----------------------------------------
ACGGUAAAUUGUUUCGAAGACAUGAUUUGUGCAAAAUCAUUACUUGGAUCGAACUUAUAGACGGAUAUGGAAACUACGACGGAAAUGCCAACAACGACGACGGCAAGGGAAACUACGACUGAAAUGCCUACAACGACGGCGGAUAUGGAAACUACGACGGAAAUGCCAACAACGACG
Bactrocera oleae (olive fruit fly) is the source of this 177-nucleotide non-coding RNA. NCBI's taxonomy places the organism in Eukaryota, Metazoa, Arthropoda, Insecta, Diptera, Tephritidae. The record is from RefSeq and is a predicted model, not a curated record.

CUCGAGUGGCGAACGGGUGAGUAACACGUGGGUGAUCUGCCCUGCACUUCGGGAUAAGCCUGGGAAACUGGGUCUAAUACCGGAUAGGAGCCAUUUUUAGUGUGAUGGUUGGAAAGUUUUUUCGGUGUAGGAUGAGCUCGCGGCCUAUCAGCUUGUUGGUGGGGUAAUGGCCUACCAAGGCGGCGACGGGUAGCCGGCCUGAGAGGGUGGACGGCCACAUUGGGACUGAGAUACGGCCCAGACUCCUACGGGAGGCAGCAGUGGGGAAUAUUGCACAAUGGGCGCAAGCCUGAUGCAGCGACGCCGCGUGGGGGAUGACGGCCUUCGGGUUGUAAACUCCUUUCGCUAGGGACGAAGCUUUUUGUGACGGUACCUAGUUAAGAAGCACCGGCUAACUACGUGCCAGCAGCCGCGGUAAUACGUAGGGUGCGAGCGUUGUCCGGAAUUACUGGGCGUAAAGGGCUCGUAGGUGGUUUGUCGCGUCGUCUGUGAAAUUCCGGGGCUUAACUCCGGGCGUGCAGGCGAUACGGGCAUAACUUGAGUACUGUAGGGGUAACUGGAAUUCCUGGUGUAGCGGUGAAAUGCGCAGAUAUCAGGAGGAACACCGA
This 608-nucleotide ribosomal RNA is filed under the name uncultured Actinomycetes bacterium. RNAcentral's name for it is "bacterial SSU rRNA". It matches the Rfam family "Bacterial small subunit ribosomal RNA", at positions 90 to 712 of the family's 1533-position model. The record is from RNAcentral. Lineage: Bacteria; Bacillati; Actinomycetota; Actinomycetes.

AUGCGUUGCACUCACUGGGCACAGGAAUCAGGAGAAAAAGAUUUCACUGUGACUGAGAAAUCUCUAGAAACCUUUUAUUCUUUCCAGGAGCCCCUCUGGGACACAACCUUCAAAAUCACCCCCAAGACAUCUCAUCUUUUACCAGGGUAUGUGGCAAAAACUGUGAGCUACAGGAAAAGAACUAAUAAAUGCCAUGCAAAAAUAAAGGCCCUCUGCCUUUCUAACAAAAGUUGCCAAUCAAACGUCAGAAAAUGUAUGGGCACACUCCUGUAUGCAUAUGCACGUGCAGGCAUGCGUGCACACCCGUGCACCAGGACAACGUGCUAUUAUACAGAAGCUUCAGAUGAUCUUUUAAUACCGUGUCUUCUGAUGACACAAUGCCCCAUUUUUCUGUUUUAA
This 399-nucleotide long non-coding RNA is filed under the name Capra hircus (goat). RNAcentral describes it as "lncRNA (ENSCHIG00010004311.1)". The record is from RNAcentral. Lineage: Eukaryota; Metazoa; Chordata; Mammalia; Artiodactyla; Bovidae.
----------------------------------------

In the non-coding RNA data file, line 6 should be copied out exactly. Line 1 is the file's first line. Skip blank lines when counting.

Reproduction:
This 399-nucleotide long non-coding RNA is filed under the name Capra hircus (goat). RNAcentral describes it as "lncRNA (ENSCHIG00010004311.1)". The record is from RNAcentral. Lineage: Eukaryota; Metazoa; Chordata; Mammalia; Artiodactyla; Bovidae.